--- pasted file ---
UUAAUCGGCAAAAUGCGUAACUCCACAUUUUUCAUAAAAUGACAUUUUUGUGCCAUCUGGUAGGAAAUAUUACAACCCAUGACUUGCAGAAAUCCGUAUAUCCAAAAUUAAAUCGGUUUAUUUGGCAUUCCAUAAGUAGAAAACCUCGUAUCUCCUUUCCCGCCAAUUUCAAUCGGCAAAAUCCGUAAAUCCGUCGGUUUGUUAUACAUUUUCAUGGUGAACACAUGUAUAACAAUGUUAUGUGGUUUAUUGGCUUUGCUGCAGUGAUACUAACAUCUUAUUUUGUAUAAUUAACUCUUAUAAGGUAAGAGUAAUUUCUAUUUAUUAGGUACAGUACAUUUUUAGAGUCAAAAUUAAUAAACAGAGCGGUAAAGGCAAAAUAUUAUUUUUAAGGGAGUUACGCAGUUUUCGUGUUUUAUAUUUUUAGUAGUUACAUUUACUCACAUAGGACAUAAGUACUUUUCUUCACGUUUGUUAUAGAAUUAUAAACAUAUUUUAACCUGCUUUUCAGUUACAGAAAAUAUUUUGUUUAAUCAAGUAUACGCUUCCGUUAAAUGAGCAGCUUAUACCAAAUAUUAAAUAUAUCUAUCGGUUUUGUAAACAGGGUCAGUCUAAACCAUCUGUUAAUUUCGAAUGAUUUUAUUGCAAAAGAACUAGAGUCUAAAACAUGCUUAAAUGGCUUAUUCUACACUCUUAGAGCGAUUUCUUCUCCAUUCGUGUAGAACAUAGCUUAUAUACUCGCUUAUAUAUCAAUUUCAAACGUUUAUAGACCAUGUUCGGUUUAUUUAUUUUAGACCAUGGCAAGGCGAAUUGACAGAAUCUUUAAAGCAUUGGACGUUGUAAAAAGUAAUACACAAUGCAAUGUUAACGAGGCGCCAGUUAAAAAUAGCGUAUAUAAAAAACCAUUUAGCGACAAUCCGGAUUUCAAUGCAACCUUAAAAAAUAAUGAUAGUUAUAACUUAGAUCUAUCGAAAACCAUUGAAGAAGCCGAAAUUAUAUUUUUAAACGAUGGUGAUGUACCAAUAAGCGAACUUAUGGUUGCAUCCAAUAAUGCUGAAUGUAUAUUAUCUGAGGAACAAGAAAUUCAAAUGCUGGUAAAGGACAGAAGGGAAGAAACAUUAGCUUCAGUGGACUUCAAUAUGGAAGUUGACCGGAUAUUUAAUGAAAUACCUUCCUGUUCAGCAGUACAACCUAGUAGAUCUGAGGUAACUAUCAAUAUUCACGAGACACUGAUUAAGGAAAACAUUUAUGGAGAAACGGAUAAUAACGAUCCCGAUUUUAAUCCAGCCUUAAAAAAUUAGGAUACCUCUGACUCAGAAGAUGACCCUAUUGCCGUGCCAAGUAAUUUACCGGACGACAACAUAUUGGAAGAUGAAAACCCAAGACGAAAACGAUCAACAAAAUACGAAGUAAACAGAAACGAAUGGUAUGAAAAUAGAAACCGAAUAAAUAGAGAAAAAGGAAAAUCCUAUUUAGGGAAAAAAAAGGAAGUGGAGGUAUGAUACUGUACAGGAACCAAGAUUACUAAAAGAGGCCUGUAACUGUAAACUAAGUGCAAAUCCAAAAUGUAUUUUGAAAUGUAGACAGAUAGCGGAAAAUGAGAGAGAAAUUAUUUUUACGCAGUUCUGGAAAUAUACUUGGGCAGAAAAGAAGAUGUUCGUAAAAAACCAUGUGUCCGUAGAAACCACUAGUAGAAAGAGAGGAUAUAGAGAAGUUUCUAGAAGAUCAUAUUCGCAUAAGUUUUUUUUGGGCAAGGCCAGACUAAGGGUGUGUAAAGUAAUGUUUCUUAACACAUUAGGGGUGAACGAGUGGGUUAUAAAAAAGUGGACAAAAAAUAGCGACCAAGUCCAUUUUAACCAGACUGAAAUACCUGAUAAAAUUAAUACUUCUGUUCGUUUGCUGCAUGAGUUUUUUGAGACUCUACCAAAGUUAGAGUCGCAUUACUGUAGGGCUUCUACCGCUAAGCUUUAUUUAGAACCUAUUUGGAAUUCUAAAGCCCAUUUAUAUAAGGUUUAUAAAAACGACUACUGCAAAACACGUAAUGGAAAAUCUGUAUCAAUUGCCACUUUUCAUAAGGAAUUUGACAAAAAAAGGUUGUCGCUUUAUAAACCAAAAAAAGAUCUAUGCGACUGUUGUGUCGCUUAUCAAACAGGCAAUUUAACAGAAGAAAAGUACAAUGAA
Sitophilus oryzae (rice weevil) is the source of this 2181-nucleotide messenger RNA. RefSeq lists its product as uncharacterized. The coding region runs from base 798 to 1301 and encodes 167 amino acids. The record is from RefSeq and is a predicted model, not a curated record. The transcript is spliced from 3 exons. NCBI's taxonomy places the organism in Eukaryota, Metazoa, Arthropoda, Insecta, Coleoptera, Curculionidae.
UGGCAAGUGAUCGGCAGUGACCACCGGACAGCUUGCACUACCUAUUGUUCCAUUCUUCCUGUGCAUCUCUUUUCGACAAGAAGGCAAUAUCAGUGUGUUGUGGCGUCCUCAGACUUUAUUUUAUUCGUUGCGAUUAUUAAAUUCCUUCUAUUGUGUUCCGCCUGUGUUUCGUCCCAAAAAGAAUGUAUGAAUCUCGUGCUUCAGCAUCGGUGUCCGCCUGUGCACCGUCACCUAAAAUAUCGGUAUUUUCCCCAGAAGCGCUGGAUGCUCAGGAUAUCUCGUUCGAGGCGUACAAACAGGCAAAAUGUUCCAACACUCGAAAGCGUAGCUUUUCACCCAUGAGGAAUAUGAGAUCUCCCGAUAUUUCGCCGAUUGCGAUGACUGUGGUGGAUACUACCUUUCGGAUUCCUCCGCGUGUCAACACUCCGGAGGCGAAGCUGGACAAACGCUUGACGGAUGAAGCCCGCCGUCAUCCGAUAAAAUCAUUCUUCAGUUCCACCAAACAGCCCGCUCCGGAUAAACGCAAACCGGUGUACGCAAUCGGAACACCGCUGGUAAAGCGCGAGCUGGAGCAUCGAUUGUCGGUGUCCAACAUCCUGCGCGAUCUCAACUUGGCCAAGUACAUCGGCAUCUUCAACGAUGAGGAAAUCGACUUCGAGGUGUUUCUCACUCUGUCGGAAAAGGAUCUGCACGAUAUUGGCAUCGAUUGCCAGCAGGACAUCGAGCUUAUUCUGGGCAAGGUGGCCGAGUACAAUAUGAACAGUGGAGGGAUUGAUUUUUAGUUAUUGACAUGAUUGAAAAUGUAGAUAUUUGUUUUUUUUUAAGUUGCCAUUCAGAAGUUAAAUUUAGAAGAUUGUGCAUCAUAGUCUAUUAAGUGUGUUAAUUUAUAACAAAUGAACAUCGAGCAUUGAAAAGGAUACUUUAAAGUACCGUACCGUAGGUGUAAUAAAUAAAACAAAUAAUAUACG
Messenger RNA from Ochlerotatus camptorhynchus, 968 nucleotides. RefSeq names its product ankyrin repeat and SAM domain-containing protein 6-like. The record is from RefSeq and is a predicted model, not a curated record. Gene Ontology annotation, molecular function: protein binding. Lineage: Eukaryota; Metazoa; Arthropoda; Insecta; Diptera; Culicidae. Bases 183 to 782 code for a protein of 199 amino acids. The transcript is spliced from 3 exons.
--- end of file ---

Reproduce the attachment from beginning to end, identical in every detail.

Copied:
UUAAUCGGCAAAAUGCGUAACUCCACAUUUUUCAUAAAAUGACAUUUUUGUGCCAUCUGGUAGGAAAUAUUACAACCCAUGACUUGCAGAAAUCCGUAUAUCCAAAAUUAAAUCGGUUUAUUUGGCAUUCCAUAAGUAGAAAACCUCGUAUCUCCUUUCCCGCCAAUUUCAAUCGGCAAAAUCCGUAAAUCCGUCGGUUUGUUAUACAUUUUCAUGGUGAACACAUGUAUAACAAUGUUAUGUGGUUUAUUGGCUUUGCUGCAGUGAUACUAACAUCUUAUUUUGUAUAAUUAACUCUUAUAAGGUAAGAGUAAUUUCUAUUUAUUAGGUACAGUACAUUUUUAGAGUCAAAAUUAAUAAACAGAGCGGUAAAGGCAAAAUAUUAUUUUUAAGGGAGUUACGCAGUUUUCGUGUUUUAUAUUUUUAGUAGUUACAUUUACUCACAUAGGACAUAAGUACUUUUCUUCACGUUUGUUAUAGAAUUAUAAACAUAUUUUAACCUGCUUUUCAGUUACAGAAAAUAUUUUGUUUAAUCAAGUAUACGCUUCCGUUAAAUGAGCAGCUUAUACCAAAUAUUAAAUAUAUCUAUCGGUUUUGUAAACAGGGUCAGUCUAAACCAUCUGUUAAUUUCGAAUGAUUUUAUUGCAAAAGAACUAGAGUCUAAAACAUGCUUAAAUGGCUUAUUCUACACUCUUAGAGCGAUUUCUUCUCCAUUCGUGUAGAACAUAGCUUAUAUACUCGCUUAUAUAUCAAUUUCAAACGUUUAUAGACCAUGUUCGGUUUAUUUAUUUUAGACCAUGGCAAGGCGAAUUGACAGAAUCUUUAAAGCAUUGGACGUUGUAAAAAGUAAUACACAAUGCAAUGUUAACGAGGCGCCAGUUAAAAAUAGCGUAUAUAAAAAACCAUUUAGCGACAAUCCGGAUUUCAAUGCAACCUUAAAAAAUAAUGAUAGUUAUAACUUAGAUCUAUCGAAAACCAUUGAAGAAGCCGAAAUUAUAUUUUUAAACGAUGGUGAUGUACCAAUAAGCGAACUUAUGGUUGCAUCCAAUAAUGCUGAAUGUAUAUUAUCUGAGGAACAAGAAAUUCAAAUGCUGGUAAAGGACAGAAGGGAAGAAACAUUAGCUUCAGUGGACUUCAAUAUGGAAGUUGACCGGAUAUUUAAUGAAAUACCUUCCUGUUCAGCAGUACAACCUAGUAGAUCUGAGGUAACUAUCAAUAUUCACGAGACACUGAUUAAGGAAAACAUUUAUGGAGAAACGGAUAAUAACGAUCCCGAUUUUAAUCCAGCCUUAAAAAAUUAGGAUACCUCUGACUCAGAAGAUGACCCUAUUGCCGUGCCAAGUAAUUUACCGGACGACAACAUAUUGGAAGAUGAAAACCCAAGACGAAAACGAUCAACAAAAUACGAAGUAAACAGAAACGAAUGGUAUGAAAAUAGAAACCGAAUAAAUAGAGAAAAAGGAAAAUCCUAUUUAGGGAAAAAAAAGGAAGUGGAGGUAUGAUACUGUACAGGAACCAAGAUUACUAAAAGAGGCCUGUAACUGUAAACUAAGUGCAAAUCCAAAAUGUAUUUUGAAAUGUAGACAGAUAGCGGAAAAUGAGAGAGAAAUUAUUUUUACGCAGUUCUGGAAAUAUACUUGGGCAGAAAAGAAGAUGUUCGUAAAAAACCAUGUGUCCGUAGAAACCACUAGUAGAAAGAGAGGAUAUAGAGAAGUUUCUAGAAGAUCAUAUUCGCAUAAGUUUUUUUUGGGCAAGGCCAGACUAAGGGUGUGUAAAGUAAUGUUUCUUAACACAUUAGGGGUGAACGAGUGGGUUAUAAAAAAGUGGACAAAAAAUAGCGACCAAGUCCAUUUUAACCAGACUGAAAUACCUGAUAAAAUUAAUACUUCUGUUCGUUUGCUGCAUGAGUUUUUUGAGACUCUACCAAAGUUAGAGUCGCAUUACUGUAGGGCUUCUACCGCUAAGCUUUAUUUAGAACCUAUUUGGAAUUCUAAAGCCCAUUUAUAUAAGGUUUAUAAAAACGACUACUGCAAAACACGUAAUGGAAAAUCUGUAUCAAUUGCCACUUUUCAUAAGGAAUUUGACAAAAAAAGGUUGUCGCUUUAUAAACCAAAAAAAGAUCUAUGCGACUGUUGUGUCGCUUAUCAAACAGGCAAUUUAACAGAAGAAAAGUACAAUGAA
Sitophilus oryzae (rice weevil) is the source of this 2181-nucleotide messenger RNA. RefSeq lists its product as uncharacterized. The coding region runs from base 798 to 1301 and encodes 167 amino acids. The record is from RefSeq and is a predicted model, not a curated record. The transcript is spliced from 3 exons. NCBI's taxonomy places the organism in Eukaryota, Metazoa, Arthropoda, Insecta, Coleoptera, Curculionidae.
UGGCAAGUGAUCGGCAGUGACCACCGGACAGCUUGCACUACCUAUUGUUCCAUUCUUCCUGUGCAUCUCUUUUCGACAAGAAGGCAAUAUCAGUGUGUUGUGGCGUCCUCAGACUUUAUUUUAUUCGUUGCGAUUAUUAAAUUCCUUCUAUUGUGUUCCGCCUGUGUUUCGUCCCAAAAAGAAUGUAUGAAUCUCGUGCUUCAGCAUCGGUGUCCGCCUGUGCACCGUCACCUAAAAUAUCGGUAUUUUCCCCAGAAGCGCUGGAUGCUCAGGAUAUCUCGUUCGAGGCGUACAAACAGGCAAAAUGUUCCAACACUCGAAAGCGUAGCUUUUCACCCAUGAGGAAUAUGAGAUCUCCCGAUAUUUCGCCGAUUGCGAUGACUGUGGUGGAUACUACCUUUCGGAUUCCUCCGCGUGUCAACACUCCGGAGGCGAAGCUGGACAAACGCUUGACGGAUGAAGCCCGCCGUCAUCCGAUAAAAUCAUUCUUCAGUUCCACCAAACAGCCCGCUCCGGAUAAACGCAAACCGGUGUACGCAAUCGGAACACCGCUGGUAAAGCGCGAGCUGGAGCAUCGAUUGUCGGUGUCCAACAUCCUGCGCGAUCUCAACUUGGCCAAGUACAUCGGCAUCUUCAACGAUGAGGAAAUCGACUUCGAGGUGUUUCUCACUCUGUCGGAAAAGGAUCUGCACGAUAUUGGCAUCGAUUGCCAGCAGGACAUCGAGCUUAUUCUGGGCAAGGUGGCCGAGUACAAUAUGAACAGUGGAGGGAUUGAUUUUUAGUUAUUGACAUGAUUGAAAAUGUAGAUAUUUGUUUUUUUUUAAGUUGCCAUUCAGAAGUUAAAUUUAGAAGAUUGUGCAUCAUAGUCUAUUAAGUGUGUUAAUUUAUAACAAAUGAACAUCGAGCAUUGAAAAGGAUACUUUAAAGUACCGUACCGUAGGUGUAAUAAAUAAAACAAAUAAUAUACG
Messenger RNA from Ochlerotatus camptorhynchus, 968 nucleotides. RefSeq names its product ankyrin repeat and SAM domain-containing protein 6-like. The record is from RefSeq and is a predicted model, not a curated record. Gene Ontology annotation, molecular function: protein binding. Lineage: Eukaryota; Metazoa; Arthropoda; Insecta; Diptera; Culicidae. Bases 183 to 782 code for a protein of 199 amino acids. The transcript is spliced from 3 exons.